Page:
An Undocumented Teenager in Chester County Shares Her Immigration Story

A local student, who was born in Mexico, offers a candid take on her tenuous status and life in the United States.

When she was just 5 months old, M. Perez came to the United States with her family, who were fleeing Mexico. “There were three things that made my parents decide to relocate: the poverty, the insecurity and the corrupted government,” she says.

Though she’s lived in Pennsylvania for most of her 15 years, Perez doesn’t qualify under the Deferred Action for Childhood Arrivals act that went into effect in 2012. So she goes through each day knowing that her status—and that of her parents—is tenuous. “I fear that someday our current administration might successfully deport my people and me back to Mexico,” says Perez. “I would lose so many opportunities, and I would get separated from my beloved younger siblings [who have U.S. citizenship].”

Her family’s struggle isn’t dissimilar to that of the millions of unauthorized immigrants living in the U.S. A recent Pew Research Center study found that their numbers peaked in 2007 and have been steadily declining ever since. Like the Perez family, many were seeking a better life. “I will forever owe this country and be entirely grateful for the opportunities it gave me,” says Perez. “The U.S. is where I grew up for most of my life. It gave me things that Mexico would’ve never been able to.”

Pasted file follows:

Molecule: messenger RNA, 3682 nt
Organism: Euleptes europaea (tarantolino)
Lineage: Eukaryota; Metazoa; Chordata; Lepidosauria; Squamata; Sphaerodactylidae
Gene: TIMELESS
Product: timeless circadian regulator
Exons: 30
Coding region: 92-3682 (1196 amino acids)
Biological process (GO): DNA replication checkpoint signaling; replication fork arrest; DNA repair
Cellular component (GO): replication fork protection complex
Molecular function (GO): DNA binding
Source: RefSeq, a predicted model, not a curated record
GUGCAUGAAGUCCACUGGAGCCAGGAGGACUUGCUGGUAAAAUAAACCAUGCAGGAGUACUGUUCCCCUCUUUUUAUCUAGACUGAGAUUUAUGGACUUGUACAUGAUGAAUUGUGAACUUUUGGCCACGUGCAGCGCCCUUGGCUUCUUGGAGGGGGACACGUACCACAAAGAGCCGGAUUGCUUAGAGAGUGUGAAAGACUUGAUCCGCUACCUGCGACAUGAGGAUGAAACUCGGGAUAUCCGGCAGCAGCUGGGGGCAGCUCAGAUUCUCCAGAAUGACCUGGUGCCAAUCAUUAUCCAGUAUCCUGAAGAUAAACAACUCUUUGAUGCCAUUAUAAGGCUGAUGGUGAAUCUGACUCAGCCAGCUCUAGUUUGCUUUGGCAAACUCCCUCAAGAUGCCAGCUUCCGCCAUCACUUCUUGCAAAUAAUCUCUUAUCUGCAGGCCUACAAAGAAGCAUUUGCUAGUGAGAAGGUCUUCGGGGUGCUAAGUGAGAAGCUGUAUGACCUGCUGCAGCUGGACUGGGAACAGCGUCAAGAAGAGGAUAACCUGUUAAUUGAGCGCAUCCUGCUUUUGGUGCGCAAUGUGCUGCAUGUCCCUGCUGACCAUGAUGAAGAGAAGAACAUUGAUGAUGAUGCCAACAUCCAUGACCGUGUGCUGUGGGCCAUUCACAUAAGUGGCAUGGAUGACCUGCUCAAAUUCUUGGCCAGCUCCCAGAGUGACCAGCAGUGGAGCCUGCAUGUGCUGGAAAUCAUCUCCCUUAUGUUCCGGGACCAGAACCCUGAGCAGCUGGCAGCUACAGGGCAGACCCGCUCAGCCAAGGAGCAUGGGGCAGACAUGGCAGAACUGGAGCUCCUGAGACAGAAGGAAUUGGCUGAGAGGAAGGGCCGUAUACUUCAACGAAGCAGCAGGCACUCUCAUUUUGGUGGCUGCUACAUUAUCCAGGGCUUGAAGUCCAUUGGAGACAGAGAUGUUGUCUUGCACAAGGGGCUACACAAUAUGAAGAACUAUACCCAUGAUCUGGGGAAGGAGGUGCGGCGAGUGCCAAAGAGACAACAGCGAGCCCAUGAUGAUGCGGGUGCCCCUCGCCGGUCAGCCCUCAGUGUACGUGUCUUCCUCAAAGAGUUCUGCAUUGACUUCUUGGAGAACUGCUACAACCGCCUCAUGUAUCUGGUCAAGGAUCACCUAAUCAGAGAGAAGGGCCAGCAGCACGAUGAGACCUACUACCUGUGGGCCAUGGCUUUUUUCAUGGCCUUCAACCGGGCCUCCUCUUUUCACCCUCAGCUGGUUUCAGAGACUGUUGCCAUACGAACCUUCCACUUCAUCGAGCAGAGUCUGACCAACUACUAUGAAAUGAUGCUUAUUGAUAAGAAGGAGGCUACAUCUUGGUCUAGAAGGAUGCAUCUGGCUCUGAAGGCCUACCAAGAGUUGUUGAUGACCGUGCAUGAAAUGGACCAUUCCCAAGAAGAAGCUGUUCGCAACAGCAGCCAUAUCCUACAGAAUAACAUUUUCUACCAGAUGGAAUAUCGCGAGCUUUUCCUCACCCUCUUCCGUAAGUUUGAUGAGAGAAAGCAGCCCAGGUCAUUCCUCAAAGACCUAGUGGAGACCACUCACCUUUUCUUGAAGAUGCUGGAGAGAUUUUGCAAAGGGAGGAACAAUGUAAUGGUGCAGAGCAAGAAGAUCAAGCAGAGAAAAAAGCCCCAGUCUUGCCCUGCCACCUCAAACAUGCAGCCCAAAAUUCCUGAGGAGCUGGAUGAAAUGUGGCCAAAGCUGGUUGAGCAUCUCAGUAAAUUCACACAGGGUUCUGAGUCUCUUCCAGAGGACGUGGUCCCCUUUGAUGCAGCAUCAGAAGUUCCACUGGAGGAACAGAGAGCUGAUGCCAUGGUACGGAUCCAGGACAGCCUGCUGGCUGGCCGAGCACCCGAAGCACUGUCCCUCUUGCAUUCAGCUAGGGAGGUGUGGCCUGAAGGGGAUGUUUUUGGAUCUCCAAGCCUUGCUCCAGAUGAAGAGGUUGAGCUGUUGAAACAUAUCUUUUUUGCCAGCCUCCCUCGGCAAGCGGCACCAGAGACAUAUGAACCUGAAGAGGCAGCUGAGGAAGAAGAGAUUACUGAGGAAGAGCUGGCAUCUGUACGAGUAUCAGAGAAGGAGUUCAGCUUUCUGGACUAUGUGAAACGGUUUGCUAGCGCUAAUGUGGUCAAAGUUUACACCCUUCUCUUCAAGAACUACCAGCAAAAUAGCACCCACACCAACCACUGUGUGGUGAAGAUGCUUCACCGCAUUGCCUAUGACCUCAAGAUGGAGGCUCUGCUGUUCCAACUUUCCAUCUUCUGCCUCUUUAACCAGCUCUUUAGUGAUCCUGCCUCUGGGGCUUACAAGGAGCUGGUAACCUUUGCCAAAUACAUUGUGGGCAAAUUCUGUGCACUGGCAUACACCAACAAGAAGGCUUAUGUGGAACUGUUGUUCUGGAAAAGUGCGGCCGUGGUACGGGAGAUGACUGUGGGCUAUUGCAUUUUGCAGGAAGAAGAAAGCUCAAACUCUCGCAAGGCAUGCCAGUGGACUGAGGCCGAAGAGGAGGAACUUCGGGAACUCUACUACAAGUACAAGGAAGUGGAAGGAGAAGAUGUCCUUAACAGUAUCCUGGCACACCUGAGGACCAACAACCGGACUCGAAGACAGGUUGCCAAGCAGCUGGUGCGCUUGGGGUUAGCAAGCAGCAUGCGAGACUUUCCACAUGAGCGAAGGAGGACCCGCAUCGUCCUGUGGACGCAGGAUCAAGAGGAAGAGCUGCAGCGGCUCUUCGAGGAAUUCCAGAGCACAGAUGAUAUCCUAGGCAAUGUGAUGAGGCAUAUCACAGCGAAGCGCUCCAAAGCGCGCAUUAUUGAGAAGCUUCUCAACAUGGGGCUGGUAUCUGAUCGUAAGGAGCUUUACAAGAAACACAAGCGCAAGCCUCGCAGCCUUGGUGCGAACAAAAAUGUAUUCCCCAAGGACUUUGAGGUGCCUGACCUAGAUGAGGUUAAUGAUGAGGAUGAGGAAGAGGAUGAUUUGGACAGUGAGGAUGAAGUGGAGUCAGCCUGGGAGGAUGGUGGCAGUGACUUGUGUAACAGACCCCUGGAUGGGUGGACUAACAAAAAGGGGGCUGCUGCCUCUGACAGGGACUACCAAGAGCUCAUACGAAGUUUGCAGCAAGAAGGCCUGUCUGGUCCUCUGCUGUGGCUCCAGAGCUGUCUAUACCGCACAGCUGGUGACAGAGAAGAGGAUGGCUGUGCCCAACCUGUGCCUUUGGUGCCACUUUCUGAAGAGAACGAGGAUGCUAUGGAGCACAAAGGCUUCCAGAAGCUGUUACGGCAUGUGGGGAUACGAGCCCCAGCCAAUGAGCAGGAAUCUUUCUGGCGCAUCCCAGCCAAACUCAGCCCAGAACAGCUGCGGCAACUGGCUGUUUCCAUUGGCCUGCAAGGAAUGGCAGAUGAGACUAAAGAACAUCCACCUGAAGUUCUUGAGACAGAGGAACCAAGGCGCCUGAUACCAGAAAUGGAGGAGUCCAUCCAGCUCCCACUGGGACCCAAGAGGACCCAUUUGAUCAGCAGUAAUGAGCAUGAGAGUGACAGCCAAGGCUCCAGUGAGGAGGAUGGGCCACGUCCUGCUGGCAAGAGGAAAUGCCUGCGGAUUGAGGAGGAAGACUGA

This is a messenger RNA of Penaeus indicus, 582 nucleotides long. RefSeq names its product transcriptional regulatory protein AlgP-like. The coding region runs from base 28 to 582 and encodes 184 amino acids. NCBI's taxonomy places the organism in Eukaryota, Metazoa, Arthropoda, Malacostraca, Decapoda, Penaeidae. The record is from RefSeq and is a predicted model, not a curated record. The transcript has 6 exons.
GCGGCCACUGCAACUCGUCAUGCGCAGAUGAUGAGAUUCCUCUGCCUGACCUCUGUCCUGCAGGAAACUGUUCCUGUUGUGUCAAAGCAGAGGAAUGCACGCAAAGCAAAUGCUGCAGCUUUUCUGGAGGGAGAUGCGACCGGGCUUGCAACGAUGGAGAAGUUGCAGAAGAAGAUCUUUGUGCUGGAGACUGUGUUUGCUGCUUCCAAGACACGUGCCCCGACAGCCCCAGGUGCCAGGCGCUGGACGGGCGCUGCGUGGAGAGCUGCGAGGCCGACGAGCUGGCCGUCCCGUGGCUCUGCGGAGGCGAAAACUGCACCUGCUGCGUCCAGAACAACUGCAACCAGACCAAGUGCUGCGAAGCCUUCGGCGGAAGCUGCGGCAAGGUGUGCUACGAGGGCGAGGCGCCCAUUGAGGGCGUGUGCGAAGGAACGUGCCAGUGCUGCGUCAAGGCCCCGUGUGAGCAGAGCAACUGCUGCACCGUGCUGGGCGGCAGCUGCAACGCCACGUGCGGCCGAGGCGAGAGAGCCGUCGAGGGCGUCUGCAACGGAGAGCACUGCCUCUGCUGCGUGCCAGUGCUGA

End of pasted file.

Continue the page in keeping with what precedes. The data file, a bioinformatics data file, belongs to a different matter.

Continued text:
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A student living in Chester County, M. Perez—a moniker she’s chosen to protect her identity—has taken to writing to express her myriad feelings about U.S. policies and the way some Americans view unauthorized immigrants. “Poetry allows you to express [yourself] freely, and depending on how much passion and feelings you put into it, it sounds majestic when read aloud,” she says.

Perez hopes that DACA will one day accept new applicants, so she might be in a position to earn a college degree and have a career in the U.S. She also plans to continue writing and maybe one day publish a book—if she doesn’t pursue a career in criminology or psychology. “Knowing my status, deep inside I know I can’t ever reach that far,” she says.

Just maybe, one day she can.

Click below to read M. Perez’s “Different” and “Monarch Butterfly.”

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